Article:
There is a chasm of difference between making a joke about Miley Cyrus wearing duct tape over her nipples in public—which I think is totally fair game—and simply looking at a photo of her on a red carpet and saying she is ugly or a bad singer or pathetic or something like that... Look, God knows my—how shall I say?—repertoire over all these years on TV and live touring has used some language I wouldn't use today, but people just aren't into that stuff anymore and I get it. Name-calling and alliteration with no comedic context is simply the lowest hanging fruit.

Shortly thereafter, E! decided to put the show on extended hiatus.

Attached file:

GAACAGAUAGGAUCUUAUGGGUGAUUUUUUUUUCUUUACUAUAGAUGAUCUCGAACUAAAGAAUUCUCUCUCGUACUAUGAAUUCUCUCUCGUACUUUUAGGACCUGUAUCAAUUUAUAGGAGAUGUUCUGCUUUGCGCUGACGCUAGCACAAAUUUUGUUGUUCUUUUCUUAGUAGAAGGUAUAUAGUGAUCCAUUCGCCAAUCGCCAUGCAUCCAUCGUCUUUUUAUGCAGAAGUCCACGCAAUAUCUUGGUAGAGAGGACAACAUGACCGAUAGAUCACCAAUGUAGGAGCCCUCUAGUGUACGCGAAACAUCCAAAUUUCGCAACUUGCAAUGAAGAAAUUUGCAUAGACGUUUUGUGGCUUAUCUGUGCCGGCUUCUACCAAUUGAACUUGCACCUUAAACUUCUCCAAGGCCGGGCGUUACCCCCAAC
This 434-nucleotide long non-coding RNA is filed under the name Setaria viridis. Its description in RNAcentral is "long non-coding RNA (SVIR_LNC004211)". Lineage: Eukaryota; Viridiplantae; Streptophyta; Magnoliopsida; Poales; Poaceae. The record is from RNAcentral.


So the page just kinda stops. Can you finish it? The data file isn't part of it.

Did Griffin make the right decision both on a moral level and a professional one? Yep.

Now, we could pretend for a second that Zendaya did not look like a beautiful Botticelli daydream out on that red carpet. People are entitled to have opinions about clothing and hairstyles, especially those worn by the very famous. Certainly, most readers at Racked do. Not everyone is going to have the same opinion. Except about Zendaya's outfit. She looked perfect. She is an insanely gorgeous woman who is biologically part angel.

We could even say that Rancic's comment might not have been racist (we are, again, skipping through a cotton candy colored fantasy world here) or that she didn't intend it to come off as such.

But very few people could say that, regardless of the target, suggesting that someone smells like "Patchouli or weed!" is a really good joke.

Zendaya at the Academy Awards and Kathy Griffin at a recent NBC Universal press tour. Photos: Getty.